May 8 – Board of Health Meeting Summary
Written by Communications, May 13, 2019
Board of Health Budget Working Group Update re: Provincial Funding Cuts and Restructuring of Public Health in Ontario
The Working Group met three times since April 23 and two board members along with local elected officials met with MPP Dave Smith on May 3. The Board of Health representatives prepared a briefing note for MPP Smith that calculated the 2019 budget shortfall to be approximately $612,000, according to what information has been shared to date. Board members also shared their concern with MPP Smith about the size of any regional board being so big as to dilute and weaken the voice of rural Peterborough and the First Nations communities that have been members of the Board of Health since 1995. Chair Kathryn Wilson noted that when considering the role Indigenous partners on a larger governance board, it is also important to recognize one First Nation can’t speak for another as they are unique, sovereign entities, just as one Indigenous group can’t speak on behalf of another (e.g. a First Nation can’t represent Metis or Inuit). The Board agreed to send a letter to MPP Smith summarizing their shared understanding of key principles discussed at the meeting. Vice Chair Kerri Davies who also sits on the Working Group reported back that she was invited to speak at the board meeting for Toronto Public Health on Monday, May 6. Her remarks can be found here.
Curve Lake First Nation Health Centre Update
Robin Steed, Health & Family Services Manager provided an overview of the recreation program developed at Curve Lake First Nation. The goal of this program is to improve quality of life through sport, recreation and cultural well-being. Program staff foster activities for young children and elders that are designed to connect participants with cultural values and practices. There is an emphasis on individual accomplishments, although some competitive team sports are also offered. In addition to the 2 staff, there are more than 30 volunteers who also support community activities. Efforts are underway to fundraise for a larger recreational centre that would be part of the plan to rebuild the local school at Curve Lake First Nation. In addition to recreational work, there are Community Health Representatives who support programs such as diabetes education, healthy eating, community kitchens, community gardens, etc.
Smoke is Smoke – Vaping and the Regulatory Landscape
Keith Beecroft, Health Promoter provided an overview on the changes to federal, provincial and municipal regulations as they pertain to the use and sale of tobacco, e-cigarettes/vapes and cannabis. According to a 2015-16 survey, 24% of students in local high schools had tried vaping, although it is believed this number is much higher now. Studies show that when young people use e-cigarettes, they are more likely to try tobacco products. The key message for youth is if you don’t smoke, don’t vape, because in addition to the high risk of addiction, nicotine affects memory, concentration, learning, mood and impulse control. While a few single studies show vaping may support cessation attempts, other evidence shows vaping is far from a silver bullet as users trying to quit often use both vapes and cigarettes. Also vaping continues to deliver nicotine during cessation attempts, while other nicotine replacement therapies are designed to reduce nicotine addiction over time. Mr. Beecroft also described the work happening in the schools to promote healthy lifestyles, leadership, and building a strong sense of personal values among students to build their resilience and prevent nicotine consumption.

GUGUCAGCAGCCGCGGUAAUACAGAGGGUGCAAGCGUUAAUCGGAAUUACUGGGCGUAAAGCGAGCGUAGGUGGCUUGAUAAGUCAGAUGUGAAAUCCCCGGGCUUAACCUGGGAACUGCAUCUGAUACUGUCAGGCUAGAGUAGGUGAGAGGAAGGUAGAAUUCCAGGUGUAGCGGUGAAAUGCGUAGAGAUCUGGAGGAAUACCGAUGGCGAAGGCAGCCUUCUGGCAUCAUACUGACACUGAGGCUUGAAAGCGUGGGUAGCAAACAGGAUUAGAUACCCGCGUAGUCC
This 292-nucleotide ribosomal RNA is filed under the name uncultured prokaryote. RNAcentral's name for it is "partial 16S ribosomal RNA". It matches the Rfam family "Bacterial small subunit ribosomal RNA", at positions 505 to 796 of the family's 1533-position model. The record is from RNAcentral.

Legalization of Tailgating in Ontario and Need for a Provincial Alcohol Strategy
The Board of Health has sent a letter to Premier Ford to develop a comprehensive province-wide alcohol strategy to address the potential health and social harms from the modernization of alcohol retail sales in Ontario. The letter stated that alcohol is a legal psychoactive substance, not a regular commodity, and that recent statistics show that approximately 21% of Ontarians who drink exceed the low-risk alcohol drinking guidelines, a key risk factor of chronic diseases and injuries. In 2014, Ontario spent $5.3 billion on alcohol-related harms (more than any other substance including tobacco, cannabis and opioids), and yet net revenue from alcohol sales amounted to only $3.9 billion, representing an annual loss of $1.4 billion. Peterborough Public Health supports the Council of Ontario Medical Officers of Health and other health associations in urging the provincial government to develop a provincial alcohol strategy that balances interests in public health, government revenue, economic development and consumer preferences without sacrificing the health of Ontarians.
Sewage System Management Agreements Update
Dr. Salvaterra reported that at the last meeting of County Council they deferred the decision to extend the current sewage management agreement and develop a working group with Peterborough Public Health to explore changes to safe sewage system management. She will return to the next County Council meeting to follow up on this motion and provide more information if needed.
Marketing of Food and Beverages to Children, Proposed Bill S-228
The Board of Health agreed to send a letter to Senators strongly urging them to immediately accept the House of Commons amendments to Bill S-228, an Act to amend the Food and Drugs Act (prohibiting unhealthy food and beverage marketing directed at children under thirteen years). Given that this is a federal election year, if the Bill does not reach Third Reading during the current sitting (May 2019), it will be lost.
Next meeting: The next meeting of the Board of Health will take place Wednesday, June 12, 2019 at 5:30 p.m. in the Training Room, Otonabee-South Monaghan Fire Department, 21 Third Street, Keene, ON.